Massachusetts Attorney General Says Scheme Resulted in Thousands of Dollars in Fraud
James Lydon, 63 has pleaded guilty to charges that he committed worker’s compensation fraud by failing to accurately report his total payroll, number of employees and by classifying his business improperly according to Massachusetts law. He is the owner of James Lydon, Sons & Daughters (Lydon & Sons), a roofing and siding company based on Nantucket.
The guilty plea came in response to a Special Statewide Grand Jury which returned indictments against Mr. Lydon on January 24th. He was then arraigned in front of the Suffolk Superior Court where he pleaded guilty and was sentenced.
“Premium avoidance is a serious crime that undermines the insurance system and puts lawful employers at a disadvantage,” said Attorney General Coakley in response to Mr. Lydon’s guilty plea. “The prosecution of these schemes prevents the increase in insurance premiums that often result from these crimes.”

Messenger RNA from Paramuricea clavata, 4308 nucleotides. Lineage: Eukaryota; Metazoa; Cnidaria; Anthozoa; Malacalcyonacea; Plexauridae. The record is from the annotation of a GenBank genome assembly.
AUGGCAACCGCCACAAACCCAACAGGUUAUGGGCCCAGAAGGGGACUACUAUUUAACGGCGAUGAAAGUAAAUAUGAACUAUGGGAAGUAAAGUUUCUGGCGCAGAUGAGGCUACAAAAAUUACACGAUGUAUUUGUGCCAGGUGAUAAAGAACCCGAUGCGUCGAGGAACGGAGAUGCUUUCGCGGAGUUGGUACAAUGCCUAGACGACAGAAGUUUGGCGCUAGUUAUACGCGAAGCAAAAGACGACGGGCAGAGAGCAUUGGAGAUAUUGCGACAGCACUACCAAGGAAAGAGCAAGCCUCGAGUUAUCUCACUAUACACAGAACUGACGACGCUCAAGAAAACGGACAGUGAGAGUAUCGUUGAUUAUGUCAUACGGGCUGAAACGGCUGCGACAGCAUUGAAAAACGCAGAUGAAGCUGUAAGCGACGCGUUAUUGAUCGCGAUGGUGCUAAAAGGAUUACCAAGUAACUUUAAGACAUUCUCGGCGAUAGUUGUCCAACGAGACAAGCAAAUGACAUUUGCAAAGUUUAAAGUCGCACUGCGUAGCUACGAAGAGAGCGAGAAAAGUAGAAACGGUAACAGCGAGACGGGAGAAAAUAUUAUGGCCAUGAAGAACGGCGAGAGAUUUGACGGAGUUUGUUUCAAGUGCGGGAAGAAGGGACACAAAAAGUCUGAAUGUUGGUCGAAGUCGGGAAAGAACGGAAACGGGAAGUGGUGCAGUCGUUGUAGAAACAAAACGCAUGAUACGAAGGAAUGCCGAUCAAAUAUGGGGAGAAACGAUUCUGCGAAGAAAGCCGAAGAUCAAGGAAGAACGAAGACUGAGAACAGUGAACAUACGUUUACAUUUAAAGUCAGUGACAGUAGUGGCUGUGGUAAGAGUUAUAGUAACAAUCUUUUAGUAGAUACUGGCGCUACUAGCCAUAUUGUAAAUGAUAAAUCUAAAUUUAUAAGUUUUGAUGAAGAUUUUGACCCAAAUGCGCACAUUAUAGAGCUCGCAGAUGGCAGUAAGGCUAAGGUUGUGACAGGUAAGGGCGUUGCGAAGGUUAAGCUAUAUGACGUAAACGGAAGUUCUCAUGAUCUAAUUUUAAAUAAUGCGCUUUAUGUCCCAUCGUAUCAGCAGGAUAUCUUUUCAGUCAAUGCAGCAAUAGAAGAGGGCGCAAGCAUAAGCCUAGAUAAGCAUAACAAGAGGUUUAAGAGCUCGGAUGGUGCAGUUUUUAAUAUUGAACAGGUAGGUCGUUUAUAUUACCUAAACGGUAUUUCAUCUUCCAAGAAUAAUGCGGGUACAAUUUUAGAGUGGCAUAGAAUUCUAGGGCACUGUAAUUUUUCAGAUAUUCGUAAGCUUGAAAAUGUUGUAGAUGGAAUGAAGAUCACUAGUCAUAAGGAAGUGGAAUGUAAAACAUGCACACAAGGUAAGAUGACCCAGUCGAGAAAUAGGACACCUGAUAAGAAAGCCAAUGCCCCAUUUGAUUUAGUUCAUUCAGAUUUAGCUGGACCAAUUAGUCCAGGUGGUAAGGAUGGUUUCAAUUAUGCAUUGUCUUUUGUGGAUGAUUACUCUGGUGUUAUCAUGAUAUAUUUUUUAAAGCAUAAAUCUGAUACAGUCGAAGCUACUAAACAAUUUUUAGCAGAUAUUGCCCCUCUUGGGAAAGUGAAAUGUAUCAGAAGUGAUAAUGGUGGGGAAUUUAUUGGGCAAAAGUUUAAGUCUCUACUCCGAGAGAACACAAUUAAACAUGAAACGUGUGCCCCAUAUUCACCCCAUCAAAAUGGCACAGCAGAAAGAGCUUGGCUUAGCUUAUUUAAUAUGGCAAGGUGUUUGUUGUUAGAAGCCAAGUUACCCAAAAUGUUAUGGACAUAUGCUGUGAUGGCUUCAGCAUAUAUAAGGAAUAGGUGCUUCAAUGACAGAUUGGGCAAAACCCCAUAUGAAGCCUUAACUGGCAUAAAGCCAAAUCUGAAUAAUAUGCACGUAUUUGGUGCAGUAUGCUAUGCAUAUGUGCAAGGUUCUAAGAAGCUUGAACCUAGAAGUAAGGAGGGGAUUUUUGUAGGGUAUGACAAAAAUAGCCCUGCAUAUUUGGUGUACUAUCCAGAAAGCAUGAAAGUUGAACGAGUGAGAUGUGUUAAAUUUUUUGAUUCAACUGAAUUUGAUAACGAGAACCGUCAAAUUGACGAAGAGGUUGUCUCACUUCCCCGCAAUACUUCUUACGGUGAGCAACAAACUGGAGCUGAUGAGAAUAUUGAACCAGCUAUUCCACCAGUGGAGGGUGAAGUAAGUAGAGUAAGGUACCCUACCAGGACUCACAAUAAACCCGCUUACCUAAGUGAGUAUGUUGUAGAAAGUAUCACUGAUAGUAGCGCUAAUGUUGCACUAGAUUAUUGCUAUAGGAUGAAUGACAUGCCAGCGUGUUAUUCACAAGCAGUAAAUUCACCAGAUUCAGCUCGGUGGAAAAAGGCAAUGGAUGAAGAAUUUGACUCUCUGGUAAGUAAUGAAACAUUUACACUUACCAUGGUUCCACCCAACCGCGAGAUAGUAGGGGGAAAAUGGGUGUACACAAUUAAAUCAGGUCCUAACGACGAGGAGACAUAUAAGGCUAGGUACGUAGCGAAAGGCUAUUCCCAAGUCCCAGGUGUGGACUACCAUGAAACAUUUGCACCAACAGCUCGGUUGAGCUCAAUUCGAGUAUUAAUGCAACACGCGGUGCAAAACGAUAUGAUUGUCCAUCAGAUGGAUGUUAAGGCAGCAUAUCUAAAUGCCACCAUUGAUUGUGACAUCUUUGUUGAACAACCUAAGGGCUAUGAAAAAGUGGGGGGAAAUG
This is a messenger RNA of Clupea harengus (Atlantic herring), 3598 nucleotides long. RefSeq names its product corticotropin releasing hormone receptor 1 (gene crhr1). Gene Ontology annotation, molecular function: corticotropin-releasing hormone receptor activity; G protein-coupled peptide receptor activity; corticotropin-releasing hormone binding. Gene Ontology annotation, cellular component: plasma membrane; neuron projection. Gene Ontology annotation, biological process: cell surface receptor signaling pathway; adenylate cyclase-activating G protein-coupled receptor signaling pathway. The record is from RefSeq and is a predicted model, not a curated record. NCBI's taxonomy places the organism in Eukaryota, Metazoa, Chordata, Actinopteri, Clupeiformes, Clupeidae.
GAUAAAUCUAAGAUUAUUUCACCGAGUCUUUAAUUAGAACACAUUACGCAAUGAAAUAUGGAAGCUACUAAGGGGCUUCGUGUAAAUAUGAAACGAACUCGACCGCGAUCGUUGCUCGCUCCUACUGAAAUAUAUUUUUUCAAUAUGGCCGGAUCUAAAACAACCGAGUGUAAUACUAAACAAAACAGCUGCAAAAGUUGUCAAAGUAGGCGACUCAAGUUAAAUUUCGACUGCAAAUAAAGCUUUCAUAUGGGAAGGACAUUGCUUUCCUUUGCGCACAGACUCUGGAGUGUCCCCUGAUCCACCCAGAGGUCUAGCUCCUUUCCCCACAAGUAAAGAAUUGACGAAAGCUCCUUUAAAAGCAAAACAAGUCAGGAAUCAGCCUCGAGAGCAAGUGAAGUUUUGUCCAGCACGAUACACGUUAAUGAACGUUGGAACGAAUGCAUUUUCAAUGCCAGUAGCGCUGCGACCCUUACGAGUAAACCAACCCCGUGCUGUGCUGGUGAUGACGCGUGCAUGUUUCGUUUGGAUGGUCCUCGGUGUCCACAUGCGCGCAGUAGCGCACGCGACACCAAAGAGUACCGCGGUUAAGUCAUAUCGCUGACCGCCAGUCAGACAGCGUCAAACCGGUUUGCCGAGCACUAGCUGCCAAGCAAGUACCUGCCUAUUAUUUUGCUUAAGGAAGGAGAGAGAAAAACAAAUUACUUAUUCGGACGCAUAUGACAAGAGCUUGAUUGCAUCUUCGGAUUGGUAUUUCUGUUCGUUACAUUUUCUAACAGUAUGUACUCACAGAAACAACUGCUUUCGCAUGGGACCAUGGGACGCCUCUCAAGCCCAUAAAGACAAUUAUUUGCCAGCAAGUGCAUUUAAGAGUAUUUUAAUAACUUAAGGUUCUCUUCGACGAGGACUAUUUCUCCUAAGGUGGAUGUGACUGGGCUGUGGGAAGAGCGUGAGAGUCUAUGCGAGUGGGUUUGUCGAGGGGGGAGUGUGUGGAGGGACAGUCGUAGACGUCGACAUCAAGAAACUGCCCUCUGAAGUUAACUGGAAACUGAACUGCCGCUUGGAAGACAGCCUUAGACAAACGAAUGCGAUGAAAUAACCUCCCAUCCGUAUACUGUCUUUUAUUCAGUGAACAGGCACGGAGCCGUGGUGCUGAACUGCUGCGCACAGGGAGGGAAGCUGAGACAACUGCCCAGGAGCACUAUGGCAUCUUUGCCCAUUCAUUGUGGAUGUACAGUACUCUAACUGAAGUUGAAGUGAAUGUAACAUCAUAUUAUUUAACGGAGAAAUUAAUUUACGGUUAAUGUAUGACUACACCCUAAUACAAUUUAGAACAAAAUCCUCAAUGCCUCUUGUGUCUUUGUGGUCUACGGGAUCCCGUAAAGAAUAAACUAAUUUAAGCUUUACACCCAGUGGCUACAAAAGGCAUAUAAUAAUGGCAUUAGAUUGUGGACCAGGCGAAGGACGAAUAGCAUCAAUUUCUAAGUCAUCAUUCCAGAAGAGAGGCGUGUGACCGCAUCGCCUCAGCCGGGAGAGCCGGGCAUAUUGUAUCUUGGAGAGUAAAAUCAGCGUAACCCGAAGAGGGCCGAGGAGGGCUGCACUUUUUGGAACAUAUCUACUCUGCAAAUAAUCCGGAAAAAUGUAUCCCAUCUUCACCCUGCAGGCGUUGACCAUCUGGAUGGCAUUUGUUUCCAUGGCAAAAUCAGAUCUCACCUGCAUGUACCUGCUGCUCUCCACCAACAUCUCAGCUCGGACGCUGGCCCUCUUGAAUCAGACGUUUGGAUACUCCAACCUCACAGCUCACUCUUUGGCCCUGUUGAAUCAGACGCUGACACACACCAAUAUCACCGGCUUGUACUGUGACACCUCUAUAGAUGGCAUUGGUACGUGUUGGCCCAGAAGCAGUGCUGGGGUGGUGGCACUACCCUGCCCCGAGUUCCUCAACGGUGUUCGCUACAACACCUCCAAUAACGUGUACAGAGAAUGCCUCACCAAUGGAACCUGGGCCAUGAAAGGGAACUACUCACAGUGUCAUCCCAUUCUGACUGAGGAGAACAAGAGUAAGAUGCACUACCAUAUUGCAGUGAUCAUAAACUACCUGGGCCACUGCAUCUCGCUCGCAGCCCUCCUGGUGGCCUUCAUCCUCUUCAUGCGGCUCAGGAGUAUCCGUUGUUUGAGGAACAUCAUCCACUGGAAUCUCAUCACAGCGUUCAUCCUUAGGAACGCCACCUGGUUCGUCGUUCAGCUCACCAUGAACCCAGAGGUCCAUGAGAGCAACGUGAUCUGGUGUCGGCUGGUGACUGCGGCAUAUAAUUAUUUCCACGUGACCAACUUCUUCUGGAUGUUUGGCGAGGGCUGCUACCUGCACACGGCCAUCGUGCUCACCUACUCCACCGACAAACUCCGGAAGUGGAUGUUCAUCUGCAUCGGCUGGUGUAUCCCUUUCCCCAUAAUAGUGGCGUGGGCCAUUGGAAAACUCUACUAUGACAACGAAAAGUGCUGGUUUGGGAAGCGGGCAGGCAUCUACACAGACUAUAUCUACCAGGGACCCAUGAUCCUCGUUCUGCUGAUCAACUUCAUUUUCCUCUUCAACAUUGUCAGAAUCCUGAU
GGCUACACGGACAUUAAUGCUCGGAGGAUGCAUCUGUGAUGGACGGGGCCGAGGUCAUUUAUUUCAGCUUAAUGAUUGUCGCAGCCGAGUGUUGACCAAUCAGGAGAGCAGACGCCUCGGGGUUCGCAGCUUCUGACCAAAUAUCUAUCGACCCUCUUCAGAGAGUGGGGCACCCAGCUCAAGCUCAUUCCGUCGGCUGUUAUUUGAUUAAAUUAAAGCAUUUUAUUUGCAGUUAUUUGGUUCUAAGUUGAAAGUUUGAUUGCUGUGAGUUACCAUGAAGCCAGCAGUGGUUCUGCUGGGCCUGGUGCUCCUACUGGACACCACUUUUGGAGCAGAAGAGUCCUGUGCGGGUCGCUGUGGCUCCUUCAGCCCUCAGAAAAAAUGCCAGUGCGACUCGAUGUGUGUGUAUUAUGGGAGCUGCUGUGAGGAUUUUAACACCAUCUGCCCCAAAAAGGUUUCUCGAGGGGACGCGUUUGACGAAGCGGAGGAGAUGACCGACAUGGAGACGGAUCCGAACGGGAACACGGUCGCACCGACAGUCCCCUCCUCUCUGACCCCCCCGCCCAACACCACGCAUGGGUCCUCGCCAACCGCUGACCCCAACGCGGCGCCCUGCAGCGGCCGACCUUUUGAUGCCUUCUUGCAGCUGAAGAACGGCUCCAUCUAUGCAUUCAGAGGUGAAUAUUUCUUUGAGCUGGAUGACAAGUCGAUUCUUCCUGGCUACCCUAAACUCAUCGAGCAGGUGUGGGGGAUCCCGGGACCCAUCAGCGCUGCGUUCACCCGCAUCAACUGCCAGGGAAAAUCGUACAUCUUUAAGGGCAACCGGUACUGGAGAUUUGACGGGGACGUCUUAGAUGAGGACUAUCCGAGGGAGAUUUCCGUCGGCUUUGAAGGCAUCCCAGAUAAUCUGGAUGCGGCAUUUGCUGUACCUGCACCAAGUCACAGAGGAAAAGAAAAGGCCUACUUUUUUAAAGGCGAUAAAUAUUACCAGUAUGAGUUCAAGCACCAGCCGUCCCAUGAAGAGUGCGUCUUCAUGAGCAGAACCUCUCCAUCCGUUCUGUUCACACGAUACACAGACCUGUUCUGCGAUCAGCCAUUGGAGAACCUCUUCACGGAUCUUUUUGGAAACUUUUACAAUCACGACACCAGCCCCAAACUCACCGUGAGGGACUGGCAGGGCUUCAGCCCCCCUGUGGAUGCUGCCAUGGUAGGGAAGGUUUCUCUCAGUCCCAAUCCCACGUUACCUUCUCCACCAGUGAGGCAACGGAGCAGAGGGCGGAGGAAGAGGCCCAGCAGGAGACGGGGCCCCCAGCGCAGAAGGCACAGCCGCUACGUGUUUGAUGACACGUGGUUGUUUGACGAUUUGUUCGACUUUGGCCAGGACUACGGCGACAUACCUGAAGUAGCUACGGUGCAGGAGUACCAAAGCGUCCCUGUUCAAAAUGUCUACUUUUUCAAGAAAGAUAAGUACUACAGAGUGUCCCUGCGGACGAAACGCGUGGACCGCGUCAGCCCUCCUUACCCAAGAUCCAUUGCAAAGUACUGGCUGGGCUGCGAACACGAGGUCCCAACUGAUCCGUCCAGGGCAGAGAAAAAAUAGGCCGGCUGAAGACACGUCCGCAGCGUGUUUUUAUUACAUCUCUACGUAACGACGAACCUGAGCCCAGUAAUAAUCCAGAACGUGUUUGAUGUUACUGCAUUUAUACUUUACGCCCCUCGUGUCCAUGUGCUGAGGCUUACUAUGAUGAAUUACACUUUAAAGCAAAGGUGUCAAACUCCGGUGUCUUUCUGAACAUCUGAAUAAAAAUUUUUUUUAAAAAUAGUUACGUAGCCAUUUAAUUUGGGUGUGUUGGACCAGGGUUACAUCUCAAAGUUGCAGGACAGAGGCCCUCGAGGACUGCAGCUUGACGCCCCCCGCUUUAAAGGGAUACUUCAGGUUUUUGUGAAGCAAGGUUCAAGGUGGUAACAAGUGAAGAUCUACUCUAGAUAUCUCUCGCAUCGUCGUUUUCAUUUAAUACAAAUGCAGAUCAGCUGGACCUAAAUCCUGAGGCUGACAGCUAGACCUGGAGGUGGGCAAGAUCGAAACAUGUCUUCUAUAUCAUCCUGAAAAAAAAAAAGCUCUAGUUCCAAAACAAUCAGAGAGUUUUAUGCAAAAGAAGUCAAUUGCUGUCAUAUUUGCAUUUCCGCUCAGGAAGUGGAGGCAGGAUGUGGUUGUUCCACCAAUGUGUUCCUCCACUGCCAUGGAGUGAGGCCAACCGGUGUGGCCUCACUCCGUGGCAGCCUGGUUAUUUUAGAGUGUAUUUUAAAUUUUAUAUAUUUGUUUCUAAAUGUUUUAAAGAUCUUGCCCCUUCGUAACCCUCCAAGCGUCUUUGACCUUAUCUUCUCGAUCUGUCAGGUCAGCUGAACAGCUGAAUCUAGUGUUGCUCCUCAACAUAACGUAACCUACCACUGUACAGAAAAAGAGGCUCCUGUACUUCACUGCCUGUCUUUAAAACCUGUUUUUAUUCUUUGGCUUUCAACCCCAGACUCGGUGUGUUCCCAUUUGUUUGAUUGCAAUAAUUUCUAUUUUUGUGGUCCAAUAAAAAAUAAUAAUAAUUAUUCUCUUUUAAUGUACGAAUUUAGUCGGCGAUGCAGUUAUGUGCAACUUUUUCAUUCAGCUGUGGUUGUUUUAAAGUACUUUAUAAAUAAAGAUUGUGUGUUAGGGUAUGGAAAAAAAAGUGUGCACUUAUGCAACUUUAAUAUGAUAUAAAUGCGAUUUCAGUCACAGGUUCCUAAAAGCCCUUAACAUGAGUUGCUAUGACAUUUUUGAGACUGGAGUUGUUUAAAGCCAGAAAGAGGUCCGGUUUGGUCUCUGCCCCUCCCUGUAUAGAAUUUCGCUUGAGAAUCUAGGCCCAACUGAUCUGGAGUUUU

According to the AG’s office, Lydon & Sons was insured by Travelers Companies, Inc. (Travelers) from November 2000 through November 2008 and by Liberty Mutual from November 2008 through November 2010 and to the present. In an effort to evade high insurance premium claimed the Attorney General’s team, Lydon misrepresented to his insurance companies the true number of employees and misclassified the work performed by his employees.
In reality and contrary to reports made to his insurance providers, Lydon employed at least four full-time between 2005 and 2009 and misclassified the work of his company during the same period. As a result of this premium avoidance scheme, Lydon underpaid his workers’ compensation insurer thousands of dollars in premium payments.
Based on these misrepresentations, Lydon was granted the minimum premium rate on his policy. As a result, both Travelers and Liberty Mutual were unknowingly put at risk to covery any of Lydon’s undisclosed employees who were not disclosed for injuries that occurred or may have occurred during the policy periods.
Upon pleading guilty to five counts of Workers’ Compensation Fraud, Mr. Lydon was sentenced Lydon to two years of probation and ordered him to pay a lump sum of $42,000 in restitution.